It was actually a fairly prompt appointment for this particular position. Most administrations have taken longer to find a NASA administrator. But it seemed more important to those concerned with the space program, because it is in a state of high flux and many decisions must be made soon. It’s a particularly challenging time because the incoming administrator will have to await the result of the new Augustine Commission that will provide recommendations on the fate of the shuttle, the Constellation program, and space transportation to support human exploration in general. Bolden will be starting his job at a very uncertain time, both technically and politically, and will not necessarily be able to chart his own course.

In fact, there are rumors that the meeting with the prospective NASA head and the president didn’t go all that smoothly — that the president proposed that it might be necessary to cut the human space flight budget, given the economic times in which the country finds itself (though administration critics would point out that much of this is due to the president’s own budgetary profligacy). A four-time shuttle astronaut could hardly be expected to take over an agency that was going to shut down NASA human space flight, nor could the incoming deputy, given her own history as the former head of a major public advocacy group for the human settlement of space. So at least they presumably believe that the nation will not retreat from human space flight during this administration.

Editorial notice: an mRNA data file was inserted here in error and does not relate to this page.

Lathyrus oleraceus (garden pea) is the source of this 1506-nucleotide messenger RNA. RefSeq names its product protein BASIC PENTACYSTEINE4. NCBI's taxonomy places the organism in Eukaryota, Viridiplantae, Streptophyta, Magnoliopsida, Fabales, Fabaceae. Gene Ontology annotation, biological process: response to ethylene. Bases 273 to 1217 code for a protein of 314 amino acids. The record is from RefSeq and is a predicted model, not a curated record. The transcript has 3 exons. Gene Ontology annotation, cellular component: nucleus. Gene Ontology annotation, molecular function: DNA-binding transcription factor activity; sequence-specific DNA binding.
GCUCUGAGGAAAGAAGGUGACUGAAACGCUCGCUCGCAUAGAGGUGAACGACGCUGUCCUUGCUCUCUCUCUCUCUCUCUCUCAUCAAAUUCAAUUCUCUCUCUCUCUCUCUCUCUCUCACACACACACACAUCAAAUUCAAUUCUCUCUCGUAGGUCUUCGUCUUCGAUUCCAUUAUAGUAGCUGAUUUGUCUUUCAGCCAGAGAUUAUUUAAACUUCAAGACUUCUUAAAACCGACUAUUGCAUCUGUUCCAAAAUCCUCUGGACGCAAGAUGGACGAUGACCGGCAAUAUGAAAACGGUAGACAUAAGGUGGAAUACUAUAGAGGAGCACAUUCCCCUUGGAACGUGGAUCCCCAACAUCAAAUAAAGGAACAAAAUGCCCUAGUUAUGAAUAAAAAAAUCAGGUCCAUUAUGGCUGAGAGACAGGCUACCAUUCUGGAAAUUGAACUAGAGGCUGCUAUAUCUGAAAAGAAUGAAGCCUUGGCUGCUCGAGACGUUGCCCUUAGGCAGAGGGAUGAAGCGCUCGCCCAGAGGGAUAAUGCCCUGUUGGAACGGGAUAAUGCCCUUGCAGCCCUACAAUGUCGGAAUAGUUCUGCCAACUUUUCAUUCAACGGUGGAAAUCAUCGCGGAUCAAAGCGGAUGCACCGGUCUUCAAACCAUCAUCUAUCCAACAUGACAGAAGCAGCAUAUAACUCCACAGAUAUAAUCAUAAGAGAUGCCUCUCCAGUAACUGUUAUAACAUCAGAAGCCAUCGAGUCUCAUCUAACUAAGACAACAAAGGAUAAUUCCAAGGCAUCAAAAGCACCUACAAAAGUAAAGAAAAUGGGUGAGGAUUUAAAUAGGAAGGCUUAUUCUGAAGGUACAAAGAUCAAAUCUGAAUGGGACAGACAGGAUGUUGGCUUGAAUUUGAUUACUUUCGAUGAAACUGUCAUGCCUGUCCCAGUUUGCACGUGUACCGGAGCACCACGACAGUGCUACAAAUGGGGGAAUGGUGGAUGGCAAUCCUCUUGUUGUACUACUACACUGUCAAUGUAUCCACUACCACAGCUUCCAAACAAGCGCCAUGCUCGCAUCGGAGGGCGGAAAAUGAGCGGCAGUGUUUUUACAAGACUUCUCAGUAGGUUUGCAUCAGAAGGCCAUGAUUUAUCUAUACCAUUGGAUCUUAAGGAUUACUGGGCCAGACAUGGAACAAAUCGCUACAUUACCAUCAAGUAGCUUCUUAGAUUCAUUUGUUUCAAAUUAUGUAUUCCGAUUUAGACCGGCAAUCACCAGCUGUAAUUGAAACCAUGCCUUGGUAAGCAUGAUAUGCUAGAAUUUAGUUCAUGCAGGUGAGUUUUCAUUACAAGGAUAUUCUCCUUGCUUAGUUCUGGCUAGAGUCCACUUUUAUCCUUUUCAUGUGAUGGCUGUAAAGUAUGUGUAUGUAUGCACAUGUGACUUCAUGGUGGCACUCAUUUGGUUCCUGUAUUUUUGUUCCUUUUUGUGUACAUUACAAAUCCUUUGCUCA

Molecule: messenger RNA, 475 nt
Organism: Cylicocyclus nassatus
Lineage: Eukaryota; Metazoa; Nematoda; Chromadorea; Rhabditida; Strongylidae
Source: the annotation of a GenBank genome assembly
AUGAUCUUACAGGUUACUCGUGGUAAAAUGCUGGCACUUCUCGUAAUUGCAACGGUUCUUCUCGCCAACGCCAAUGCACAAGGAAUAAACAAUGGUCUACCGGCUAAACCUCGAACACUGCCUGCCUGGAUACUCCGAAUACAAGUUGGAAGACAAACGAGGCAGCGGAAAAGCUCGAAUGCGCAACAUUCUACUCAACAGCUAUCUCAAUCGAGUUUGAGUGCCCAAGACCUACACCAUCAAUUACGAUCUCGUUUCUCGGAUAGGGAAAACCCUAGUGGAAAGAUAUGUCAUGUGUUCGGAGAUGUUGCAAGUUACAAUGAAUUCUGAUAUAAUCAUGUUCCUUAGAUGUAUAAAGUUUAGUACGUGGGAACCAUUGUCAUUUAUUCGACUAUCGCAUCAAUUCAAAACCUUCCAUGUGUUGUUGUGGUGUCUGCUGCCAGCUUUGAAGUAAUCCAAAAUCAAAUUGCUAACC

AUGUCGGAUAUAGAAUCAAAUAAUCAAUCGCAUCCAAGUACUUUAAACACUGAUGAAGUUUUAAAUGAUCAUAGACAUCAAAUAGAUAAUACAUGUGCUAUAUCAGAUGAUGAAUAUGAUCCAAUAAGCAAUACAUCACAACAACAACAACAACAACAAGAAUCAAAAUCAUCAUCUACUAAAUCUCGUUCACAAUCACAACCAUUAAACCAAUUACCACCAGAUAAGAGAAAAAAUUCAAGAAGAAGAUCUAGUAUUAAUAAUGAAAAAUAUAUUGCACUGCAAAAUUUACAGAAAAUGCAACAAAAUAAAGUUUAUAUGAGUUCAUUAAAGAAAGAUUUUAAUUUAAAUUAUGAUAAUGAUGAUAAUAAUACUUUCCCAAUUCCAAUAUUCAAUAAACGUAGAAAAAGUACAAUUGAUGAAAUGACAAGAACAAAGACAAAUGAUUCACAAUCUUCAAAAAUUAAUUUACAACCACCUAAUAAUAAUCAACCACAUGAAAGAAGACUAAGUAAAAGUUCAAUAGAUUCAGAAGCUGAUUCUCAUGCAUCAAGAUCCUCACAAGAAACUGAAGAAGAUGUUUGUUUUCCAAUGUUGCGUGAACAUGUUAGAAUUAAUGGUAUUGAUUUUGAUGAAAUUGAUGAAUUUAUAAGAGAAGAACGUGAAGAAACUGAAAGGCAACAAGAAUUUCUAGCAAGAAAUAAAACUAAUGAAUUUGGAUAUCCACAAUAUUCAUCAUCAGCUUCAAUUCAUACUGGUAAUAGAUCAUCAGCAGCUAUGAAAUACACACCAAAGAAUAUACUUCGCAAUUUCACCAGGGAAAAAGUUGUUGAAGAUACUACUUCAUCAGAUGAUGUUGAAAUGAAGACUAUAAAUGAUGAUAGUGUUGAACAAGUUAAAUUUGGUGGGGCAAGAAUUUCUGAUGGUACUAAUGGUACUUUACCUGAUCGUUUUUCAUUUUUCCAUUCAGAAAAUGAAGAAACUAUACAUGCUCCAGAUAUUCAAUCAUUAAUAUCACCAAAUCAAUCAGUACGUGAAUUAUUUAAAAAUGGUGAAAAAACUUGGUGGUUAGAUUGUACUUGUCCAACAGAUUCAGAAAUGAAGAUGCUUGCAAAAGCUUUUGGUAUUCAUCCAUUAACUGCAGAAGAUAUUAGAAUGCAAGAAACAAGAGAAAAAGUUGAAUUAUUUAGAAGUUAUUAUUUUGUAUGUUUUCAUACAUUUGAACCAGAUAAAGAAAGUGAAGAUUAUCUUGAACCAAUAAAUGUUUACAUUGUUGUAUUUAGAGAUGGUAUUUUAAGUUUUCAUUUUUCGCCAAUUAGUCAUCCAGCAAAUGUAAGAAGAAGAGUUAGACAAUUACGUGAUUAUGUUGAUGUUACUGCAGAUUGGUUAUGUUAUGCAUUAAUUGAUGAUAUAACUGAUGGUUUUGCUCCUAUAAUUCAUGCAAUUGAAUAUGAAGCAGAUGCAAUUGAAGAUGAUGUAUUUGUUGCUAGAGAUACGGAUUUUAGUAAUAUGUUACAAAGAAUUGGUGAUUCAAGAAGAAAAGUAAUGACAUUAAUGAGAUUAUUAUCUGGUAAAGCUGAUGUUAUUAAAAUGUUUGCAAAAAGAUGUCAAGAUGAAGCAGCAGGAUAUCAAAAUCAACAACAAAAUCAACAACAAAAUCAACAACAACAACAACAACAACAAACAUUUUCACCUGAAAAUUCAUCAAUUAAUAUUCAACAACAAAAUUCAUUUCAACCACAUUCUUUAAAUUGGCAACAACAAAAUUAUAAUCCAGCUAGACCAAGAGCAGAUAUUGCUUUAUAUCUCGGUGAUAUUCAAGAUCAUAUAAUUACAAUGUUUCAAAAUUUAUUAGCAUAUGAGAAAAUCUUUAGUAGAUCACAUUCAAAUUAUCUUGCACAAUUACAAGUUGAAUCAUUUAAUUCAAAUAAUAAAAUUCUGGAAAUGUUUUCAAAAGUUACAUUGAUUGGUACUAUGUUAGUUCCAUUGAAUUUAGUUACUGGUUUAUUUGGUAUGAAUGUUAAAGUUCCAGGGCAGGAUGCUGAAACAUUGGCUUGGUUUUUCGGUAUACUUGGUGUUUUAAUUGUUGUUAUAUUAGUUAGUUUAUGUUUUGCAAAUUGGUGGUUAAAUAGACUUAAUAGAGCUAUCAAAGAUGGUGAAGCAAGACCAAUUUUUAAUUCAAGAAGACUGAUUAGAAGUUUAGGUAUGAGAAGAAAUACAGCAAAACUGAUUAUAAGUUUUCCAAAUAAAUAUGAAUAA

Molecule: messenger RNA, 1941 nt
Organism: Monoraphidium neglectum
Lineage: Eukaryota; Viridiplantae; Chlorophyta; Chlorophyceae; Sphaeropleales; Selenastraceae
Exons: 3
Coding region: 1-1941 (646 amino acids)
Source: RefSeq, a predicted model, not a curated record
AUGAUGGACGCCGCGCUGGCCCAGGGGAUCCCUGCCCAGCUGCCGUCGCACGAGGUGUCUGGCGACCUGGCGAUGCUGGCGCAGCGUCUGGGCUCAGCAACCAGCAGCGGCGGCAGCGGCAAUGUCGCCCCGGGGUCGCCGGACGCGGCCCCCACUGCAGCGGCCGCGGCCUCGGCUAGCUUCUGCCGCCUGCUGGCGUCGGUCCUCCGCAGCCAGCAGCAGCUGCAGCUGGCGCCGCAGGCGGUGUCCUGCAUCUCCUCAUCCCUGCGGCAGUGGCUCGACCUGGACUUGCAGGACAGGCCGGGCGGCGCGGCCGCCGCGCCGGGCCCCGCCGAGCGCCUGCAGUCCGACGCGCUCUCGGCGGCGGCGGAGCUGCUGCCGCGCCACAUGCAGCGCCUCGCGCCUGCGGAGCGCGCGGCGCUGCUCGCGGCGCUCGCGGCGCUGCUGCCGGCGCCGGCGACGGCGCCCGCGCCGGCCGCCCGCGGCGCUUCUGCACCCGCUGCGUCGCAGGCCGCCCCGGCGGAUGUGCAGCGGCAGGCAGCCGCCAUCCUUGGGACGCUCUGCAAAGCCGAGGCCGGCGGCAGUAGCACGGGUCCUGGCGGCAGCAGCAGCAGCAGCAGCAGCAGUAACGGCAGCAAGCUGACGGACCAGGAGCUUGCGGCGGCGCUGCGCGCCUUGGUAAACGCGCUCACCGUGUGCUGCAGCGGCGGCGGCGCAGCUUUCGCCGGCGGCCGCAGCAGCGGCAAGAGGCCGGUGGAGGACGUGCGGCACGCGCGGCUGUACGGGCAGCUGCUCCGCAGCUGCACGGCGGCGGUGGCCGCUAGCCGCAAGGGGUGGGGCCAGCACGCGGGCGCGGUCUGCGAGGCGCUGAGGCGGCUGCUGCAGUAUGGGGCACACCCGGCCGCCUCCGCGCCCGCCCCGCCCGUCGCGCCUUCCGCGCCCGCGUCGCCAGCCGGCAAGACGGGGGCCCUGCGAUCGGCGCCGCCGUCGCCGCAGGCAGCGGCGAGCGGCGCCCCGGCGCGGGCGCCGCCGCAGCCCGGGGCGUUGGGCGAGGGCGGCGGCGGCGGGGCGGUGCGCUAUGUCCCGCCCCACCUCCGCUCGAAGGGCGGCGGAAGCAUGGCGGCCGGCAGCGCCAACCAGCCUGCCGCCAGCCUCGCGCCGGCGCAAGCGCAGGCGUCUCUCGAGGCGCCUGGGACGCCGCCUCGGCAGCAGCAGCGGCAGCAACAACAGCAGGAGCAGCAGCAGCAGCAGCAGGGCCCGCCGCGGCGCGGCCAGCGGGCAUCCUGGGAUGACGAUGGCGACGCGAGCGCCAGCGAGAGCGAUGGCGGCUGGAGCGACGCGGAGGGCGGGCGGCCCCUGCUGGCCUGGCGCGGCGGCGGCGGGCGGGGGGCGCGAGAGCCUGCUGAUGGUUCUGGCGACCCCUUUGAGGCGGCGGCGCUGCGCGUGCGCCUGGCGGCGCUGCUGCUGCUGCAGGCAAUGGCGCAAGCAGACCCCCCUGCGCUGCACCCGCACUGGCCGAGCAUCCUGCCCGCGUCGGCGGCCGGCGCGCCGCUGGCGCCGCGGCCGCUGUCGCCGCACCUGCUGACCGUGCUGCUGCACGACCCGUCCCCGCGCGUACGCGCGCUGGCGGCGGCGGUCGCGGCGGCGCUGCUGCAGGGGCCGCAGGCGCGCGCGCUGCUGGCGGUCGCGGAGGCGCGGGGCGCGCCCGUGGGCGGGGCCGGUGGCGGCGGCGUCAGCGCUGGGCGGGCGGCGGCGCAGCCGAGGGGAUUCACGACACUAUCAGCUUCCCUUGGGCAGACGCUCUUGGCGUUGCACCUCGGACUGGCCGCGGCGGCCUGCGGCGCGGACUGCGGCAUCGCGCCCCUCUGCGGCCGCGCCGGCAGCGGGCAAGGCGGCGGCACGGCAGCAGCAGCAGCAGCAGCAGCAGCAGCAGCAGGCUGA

The big question, of course, is how to do it and not break the budget.

There is abundant irony in the situation (as is often the case with space policy). The shuttle, whose landing was going to have been synchronized with the announcement, had repaired the telescope that prospective administrator Bolden had delivered almost two decades earlier as a shuttle pilot. The mission  demonstrated, once again, the versatility of humans in space for meeting, grabbing, repairing objects, and the assembly of systems on orbit. The space station is almost complete, demonstrating the ability to assemble large structures. But the current NASA plans for future exploration beyond earth orbit, under investigation by the Augustine commission, completely turn their back on this capability and abandon it, putting in place a system that will have no such capability. Instead, it will feature an architecture that relies on launching everything needed for a lunar expedition in a launch or two, regressing our capabilities to those of four decades ago, the last time we went to the moon.

Let’s hope that this new administrator, unlike the last one, wants to look to the future and not replicate the past at great expense. Let’s hope that he wants to build a true “interstate highway system” for space and provide a direction that meets the Aldridge commission requirements of supporting free enterprise, national security, affordability, and sustainability. And let’s hope he is in favor of  opening up space to not just a few NASA astronauts a couple times a year at outrageously high costs to the taxpayer, but to the rest of us as well.

Good luck, general.